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How Long Does Naloxone Block Opioid Receptors?

by General Marketing

Naloxone, also known as the branded medicine Narcan®, reverses an opioid overdose by blocking opioid receptors. Since it has no potential for abuse and is easy to administer, many experts recommend that people keep it for an emergency. Part of knowing how to administer naloxone involves understanding the length of its effects. This guide will explain how long naloxone works to block opioid receptors and give other vital information as well.

What Does Naloxone Do to Reverse an Opioid Overdose?

As an opioid antagonist, naloxone blocks and reverses the effects of opioids. The brain has receptors that send messages to the rest of the body when someone takes opioids. These opioid receptors affect the central nervous system (CNS), a network that includes the brain and spinal cord. When someone takes an opioid antagonist, it removes opioids from the receptors and replaces them.

By removing opioids from opioid receptors, naloxone reverses the effects of an overdose. An overdose happens when opioids cause too much central nervous system (CNS) depression, resulting in slow or stopped functions, particularly respiratory function. When naloxone replaces the opioid compounds on the receptors, the opioid receptors stop sending signals to depress the CNS. As a result, the person’s breathing, heartbeat and other functions go back to normal.

How Long Do the Effects of Naloxone Work?

When naloxone attaches to opioid receptors, it blocks them for 30 to 90 minutes. This period gives an emergency response team the time it needs to show up and provide help. Once medical professionals arrive, they’ll give critical care to allow the affected individual to continue recovering from the overdose. They individual in overdose may still need to go to the hospital as they can begin to experience the symptoms of overdose again after the initial dose of naloxone wears off.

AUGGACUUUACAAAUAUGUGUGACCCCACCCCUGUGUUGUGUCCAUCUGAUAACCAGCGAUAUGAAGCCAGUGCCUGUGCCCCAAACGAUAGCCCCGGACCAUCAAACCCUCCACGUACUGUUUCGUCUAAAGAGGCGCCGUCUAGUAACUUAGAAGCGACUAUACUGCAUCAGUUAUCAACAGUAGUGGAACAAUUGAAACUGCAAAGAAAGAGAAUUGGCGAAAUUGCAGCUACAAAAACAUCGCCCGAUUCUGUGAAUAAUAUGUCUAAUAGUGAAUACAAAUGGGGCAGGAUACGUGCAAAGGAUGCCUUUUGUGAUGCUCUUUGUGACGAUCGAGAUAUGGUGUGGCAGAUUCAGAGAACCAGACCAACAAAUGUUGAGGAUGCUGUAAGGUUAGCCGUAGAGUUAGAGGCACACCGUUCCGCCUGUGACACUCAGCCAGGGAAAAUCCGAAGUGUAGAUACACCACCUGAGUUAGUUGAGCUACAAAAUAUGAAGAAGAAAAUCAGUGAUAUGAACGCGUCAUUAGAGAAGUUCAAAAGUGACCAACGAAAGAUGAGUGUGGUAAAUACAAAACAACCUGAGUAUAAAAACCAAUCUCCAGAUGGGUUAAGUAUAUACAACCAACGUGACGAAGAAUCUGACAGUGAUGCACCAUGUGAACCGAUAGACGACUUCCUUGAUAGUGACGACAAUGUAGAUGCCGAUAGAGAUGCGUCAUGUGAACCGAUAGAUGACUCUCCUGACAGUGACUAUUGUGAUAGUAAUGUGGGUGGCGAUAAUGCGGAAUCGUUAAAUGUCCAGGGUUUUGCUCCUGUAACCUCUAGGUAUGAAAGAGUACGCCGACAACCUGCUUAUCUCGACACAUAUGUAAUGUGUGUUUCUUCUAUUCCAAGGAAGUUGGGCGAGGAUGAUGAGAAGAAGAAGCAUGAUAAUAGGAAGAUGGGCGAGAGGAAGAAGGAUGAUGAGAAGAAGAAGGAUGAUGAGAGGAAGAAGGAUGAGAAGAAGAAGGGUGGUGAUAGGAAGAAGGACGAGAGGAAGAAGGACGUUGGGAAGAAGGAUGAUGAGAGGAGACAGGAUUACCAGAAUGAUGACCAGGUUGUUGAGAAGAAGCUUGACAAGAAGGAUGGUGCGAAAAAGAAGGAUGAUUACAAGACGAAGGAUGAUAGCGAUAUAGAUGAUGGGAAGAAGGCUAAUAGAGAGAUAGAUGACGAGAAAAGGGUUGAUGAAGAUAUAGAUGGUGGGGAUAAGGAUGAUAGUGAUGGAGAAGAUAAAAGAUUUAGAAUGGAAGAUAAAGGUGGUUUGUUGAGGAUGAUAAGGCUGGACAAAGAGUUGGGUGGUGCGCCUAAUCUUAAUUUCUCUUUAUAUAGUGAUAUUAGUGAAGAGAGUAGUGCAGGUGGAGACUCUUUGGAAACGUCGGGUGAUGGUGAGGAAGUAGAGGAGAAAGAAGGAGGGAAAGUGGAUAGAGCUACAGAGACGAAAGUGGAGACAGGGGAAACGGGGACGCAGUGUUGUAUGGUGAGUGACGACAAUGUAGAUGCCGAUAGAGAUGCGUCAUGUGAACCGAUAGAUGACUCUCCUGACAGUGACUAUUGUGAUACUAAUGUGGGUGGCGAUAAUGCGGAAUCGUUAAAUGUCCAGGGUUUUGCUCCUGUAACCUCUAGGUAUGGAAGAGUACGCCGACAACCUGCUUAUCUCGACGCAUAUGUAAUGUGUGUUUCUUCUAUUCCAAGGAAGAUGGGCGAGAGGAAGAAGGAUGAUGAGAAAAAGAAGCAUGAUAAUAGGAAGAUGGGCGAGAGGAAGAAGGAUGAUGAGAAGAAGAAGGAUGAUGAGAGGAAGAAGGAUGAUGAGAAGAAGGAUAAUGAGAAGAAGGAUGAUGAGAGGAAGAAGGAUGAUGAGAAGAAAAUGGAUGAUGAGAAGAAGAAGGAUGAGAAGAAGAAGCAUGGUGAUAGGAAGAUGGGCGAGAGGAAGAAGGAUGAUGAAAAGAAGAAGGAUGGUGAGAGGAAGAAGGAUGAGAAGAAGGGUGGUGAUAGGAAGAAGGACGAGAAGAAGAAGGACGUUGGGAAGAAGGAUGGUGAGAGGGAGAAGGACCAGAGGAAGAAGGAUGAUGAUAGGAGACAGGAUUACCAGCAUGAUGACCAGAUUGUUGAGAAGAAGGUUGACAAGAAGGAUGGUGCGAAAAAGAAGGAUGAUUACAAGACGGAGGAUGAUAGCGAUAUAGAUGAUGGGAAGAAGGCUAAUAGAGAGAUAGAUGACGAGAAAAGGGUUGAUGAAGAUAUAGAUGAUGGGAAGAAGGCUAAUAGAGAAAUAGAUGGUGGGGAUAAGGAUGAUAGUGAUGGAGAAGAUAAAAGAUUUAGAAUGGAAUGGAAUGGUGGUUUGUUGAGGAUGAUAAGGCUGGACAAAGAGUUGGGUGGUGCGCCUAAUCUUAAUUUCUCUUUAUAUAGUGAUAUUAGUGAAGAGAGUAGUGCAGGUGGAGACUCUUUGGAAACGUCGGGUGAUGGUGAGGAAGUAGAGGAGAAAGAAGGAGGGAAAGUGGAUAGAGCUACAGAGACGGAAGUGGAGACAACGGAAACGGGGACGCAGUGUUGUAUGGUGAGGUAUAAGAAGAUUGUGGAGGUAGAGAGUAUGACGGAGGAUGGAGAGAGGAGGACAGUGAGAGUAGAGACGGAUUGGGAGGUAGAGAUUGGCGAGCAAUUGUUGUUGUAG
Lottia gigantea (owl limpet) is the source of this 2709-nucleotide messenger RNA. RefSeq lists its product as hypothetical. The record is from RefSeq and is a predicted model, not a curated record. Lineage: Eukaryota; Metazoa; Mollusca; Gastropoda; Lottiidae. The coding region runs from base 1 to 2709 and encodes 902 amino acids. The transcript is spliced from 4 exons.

What Factors Impact Naloxone’s Effectiveness?

The effectiveness of naloxone depends on its condition. Unlike opioids, opioid antagonists do not cause a person who uses them to build a tolerance. As a result, naloxone’s effectiveness stays the same regardless of someone’s history of naloxone treatments. However, naloxone does become less effective over time, so make sure to check its expiration date before using it. You should also store it in a dark, dry place at room temperature.

How Long Should I Monitor Someone After I Give Them Naloxone?

After you give someone naloxone, you should monitor them until an emergency team can take over. Continue to provide help such as rescue breathing until medical professionals arrive. If the naloxone seems to wear off after 30 to 90 minutes, you may need to administer it again.

What Do I Need to Do to Get and Use Naloxone?

State governments, pharmacies and community organizations provide naloxone and training to the public. Visit the National Institute on Drug Abuse’s website to learn where you can get naloxone in your area.

Get More Information About Opioids and Addiction

At Health Care Resource Centers, we educate patients, loved ones and the public about opioid addiction. We recommend visiting our blog to learn more about this subject.

If you or someone you know has opioid use disorder, we can also help. When you contact our staff online, you can schedule an appointment at one of our New England clinics or nationwide partners.

Medically Reviewed By:

Health Care Resource Centers Clinical Team

Health Care Resource Centers Clinical Team

Health Care Resource Centers Clinical Team

The Clinical Team at Health Care Resource Centers is our team of physicians and medical directors within the organization. HCRC is a CARF accredited organization and has been providing addiction treatment services for over 32 years in the New England area.

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